Reading the poetry collection The Drum That Beats Within Us by Mike Bond brings to mind the concept of “warrior poet.” The phrase came to my mind unbidden, and then I had to go searching around for why it did and what the common understanding might be.
I found a definition at Urban Dictionary. Like others, it cites words at the ending of the 1995 movie Braveheart, which told the story of Scottish nationalist and hero William Wallace: “In the Year of our Lord 1314, patriots of Scotland — starving and outnumbered — charged the fields of Bannockburn. They fought like warrior poets; they fought like Scotsmen and won their freedom.”
The two words seem almost contradictory. A warrior poet is simultaneously tough and tender. He can lead other warriors into battle and be a ferocious opponent, giving no quarter, and return to the campfire after battle and recite both epic poems and love poems. He is a man who fights to the death and has the tender, feeling soul of a poet.
The poems of The Drum That Beats Within Us aren’t about a warrior poet as much as they’re written by a warrior poet. Bond wages war against environmental degradation and the plight of native Americans; he writes loves poems; and he struggles to make sense of contemporary life.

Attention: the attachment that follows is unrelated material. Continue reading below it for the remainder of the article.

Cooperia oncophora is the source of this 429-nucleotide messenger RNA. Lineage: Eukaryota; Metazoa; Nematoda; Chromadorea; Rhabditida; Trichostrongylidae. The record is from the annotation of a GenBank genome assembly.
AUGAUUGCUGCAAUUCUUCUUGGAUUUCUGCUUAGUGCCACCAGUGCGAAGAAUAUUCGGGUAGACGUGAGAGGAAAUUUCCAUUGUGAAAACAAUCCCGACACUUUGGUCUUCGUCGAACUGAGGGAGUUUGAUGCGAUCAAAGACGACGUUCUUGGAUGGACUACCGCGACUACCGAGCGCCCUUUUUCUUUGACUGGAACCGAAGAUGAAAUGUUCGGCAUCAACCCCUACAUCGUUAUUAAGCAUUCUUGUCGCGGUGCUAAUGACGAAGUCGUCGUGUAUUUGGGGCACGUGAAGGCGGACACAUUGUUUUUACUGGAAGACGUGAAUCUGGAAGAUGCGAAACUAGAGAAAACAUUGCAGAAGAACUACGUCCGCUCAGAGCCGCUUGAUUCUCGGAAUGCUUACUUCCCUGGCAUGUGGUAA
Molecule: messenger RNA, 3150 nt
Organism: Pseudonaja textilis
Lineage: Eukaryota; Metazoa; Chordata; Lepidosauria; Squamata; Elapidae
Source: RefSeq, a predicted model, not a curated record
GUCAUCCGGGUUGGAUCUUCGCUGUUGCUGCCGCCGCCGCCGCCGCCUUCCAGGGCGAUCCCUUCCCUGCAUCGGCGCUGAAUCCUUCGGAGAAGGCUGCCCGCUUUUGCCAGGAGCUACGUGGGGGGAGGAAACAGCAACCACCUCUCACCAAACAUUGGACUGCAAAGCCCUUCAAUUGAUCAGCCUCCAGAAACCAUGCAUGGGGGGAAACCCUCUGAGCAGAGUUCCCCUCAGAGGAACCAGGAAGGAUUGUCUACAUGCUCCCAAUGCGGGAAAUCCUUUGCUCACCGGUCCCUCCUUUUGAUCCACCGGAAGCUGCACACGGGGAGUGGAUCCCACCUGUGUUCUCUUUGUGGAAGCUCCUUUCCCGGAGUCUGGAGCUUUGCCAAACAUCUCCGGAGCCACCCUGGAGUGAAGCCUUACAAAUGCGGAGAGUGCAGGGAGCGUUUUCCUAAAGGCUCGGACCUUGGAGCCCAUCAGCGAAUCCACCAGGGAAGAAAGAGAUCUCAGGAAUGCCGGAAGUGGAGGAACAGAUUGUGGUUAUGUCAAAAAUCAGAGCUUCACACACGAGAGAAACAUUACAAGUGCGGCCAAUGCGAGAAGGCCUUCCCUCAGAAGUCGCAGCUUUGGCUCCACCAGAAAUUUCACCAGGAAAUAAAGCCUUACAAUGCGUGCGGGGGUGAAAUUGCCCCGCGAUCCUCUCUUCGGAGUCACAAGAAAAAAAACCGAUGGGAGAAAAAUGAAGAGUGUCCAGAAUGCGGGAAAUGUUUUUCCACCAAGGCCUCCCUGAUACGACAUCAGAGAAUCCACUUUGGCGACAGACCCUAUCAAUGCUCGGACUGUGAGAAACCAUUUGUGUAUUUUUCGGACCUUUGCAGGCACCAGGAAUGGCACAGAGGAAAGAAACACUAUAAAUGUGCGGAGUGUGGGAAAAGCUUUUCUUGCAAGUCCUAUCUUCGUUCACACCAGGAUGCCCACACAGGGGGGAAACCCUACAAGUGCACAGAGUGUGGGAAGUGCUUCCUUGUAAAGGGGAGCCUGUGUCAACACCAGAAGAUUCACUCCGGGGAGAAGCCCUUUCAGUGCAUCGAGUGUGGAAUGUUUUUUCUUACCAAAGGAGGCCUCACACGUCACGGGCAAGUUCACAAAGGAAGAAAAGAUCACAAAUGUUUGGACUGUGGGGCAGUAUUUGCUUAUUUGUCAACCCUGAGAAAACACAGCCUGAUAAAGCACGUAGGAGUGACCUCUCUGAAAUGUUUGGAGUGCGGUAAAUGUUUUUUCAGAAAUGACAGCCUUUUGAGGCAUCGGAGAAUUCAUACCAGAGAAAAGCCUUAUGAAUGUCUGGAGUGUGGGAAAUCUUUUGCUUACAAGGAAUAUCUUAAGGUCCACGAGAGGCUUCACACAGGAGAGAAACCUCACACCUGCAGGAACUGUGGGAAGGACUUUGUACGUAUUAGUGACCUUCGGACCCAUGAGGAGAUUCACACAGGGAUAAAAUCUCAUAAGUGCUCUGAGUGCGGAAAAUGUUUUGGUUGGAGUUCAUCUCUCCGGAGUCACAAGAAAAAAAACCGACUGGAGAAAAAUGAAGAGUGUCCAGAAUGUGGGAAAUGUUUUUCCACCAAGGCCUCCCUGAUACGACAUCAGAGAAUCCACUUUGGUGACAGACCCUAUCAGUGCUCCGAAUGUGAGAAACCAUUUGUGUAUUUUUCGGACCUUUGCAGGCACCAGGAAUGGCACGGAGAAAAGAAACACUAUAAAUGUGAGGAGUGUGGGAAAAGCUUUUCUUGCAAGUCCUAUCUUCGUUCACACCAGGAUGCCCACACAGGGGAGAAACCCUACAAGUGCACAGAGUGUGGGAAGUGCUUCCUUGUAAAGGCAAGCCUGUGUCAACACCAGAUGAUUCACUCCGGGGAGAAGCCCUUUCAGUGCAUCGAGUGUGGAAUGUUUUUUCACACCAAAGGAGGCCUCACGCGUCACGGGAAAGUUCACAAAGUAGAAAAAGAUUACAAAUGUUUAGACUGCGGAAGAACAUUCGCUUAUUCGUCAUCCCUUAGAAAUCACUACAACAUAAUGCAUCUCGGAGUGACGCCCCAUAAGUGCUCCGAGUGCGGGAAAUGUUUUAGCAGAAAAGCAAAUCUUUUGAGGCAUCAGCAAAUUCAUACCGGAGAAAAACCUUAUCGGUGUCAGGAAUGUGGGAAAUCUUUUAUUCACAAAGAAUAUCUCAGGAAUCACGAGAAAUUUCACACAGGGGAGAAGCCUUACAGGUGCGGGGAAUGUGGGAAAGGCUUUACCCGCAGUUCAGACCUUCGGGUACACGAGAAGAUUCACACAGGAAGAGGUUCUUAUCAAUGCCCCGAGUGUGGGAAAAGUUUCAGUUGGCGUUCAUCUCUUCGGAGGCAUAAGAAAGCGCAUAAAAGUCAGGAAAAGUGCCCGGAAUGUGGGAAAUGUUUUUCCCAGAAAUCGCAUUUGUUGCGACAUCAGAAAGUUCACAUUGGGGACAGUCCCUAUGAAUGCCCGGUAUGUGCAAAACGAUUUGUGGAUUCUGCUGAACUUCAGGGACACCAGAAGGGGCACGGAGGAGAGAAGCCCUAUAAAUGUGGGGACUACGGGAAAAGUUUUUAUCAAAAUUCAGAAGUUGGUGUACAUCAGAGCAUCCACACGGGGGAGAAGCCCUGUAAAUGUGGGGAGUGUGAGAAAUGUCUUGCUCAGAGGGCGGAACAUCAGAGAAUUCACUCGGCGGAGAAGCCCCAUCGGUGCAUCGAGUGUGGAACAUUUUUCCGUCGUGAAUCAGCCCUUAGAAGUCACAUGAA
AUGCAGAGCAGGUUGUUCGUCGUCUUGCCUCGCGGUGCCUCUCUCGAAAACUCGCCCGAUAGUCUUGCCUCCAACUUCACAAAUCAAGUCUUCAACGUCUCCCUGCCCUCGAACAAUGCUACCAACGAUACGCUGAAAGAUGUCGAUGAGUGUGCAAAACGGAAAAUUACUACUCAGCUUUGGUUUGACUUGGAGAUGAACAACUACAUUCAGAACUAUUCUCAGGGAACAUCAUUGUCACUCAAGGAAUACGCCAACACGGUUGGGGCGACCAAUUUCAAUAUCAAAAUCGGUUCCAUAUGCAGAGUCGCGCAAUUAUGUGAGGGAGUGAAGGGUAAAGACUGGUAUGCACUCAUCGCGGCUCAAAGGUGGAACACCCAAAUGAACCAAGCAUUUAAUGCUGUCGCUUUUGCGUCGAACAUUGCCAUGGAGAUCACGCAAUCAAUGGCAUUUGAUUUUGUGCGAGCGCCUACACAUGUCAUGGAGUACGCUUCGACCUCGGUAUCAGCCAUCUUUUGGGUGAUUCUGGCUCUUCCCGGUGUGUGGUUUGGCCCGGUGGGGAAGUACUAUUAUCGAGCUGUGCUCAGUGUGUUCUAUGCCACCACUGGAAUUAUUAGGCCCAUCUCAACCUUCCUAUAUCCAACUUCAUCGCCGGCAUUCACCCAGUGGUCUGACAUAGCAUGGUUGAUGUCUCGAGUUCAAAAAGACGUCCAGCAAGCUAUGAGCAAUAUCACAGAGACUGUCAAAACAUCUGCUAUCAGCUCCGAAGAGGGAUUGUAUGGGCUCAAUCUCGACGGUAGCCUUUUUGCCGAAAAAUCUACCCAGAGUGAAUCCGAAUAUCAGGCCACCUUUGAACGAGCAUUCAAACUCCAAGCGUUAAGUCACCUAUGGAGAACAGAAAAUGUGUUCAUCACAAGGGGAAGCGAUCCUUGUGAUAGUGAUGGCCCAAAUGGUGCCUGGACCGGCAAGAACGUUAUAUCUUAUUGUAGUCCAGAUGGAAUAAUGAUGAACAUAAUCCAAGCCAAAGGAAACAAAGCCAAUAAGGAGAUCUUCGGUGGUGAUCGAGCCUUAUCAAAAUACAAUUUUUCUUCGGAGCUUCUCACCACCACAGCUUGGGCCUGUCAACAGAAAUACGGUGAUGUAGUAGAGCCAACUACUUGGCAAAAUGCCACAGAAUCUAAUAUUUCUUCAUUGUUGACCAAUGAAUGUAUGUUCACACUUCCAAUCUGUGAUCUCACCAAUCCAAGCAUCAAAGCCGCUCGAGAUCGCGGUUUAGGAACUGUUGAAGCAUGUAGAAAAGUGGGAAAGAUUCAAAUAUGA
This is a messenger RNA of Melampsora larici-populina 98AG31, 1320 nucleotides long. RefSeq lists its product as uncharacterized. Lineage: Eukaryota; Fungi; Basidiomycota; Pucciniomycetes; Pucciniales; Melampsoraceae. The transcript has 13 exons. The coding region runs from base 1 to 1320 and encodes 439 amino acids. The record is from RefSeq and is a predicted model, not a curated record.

And here, in a poem simply structured, he combines several thematic elements.
What does he see?
This battered earth,
bright with poison.
Flying so easy
life so dangerous and hard.
Does he hate
Or only scorn us?
Or is he simply waiting
for us to die?
You follow that crow as he flies and hovers above “this battered earth,” including the striking metaphor of “green lawns / bright with poison.” And the crow may simply be waiting for humanity to wither away.
Bond is a poet, novelist, ecologist, and war and human rights journalist. His novels include Snow, Saving Paradise, The Last Savanna, Killing Main, House of Jaguar, Tibetan Cross, Assassins, and Holy War — all largely based on his travels and experiences while a reporter.
The Drum That Beats Within Us presents us with a world gone awry, a world in which the warrior poet has fought, and a world in which only love survives. And that waiting crow.
How to Read a Poem uses images like the mouse, the hive, the switch (from the Billy Collins poem)—to guide readers into new ways of understanding poems. Anthology included.
“I require all our incoming poetry students—in the MFA I direct—to buy and read this book.”
—Jeanetta Calhoun Mish
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- Reconsidering History: Natasha Trethewey and “Native Guard” - May 4, 2021
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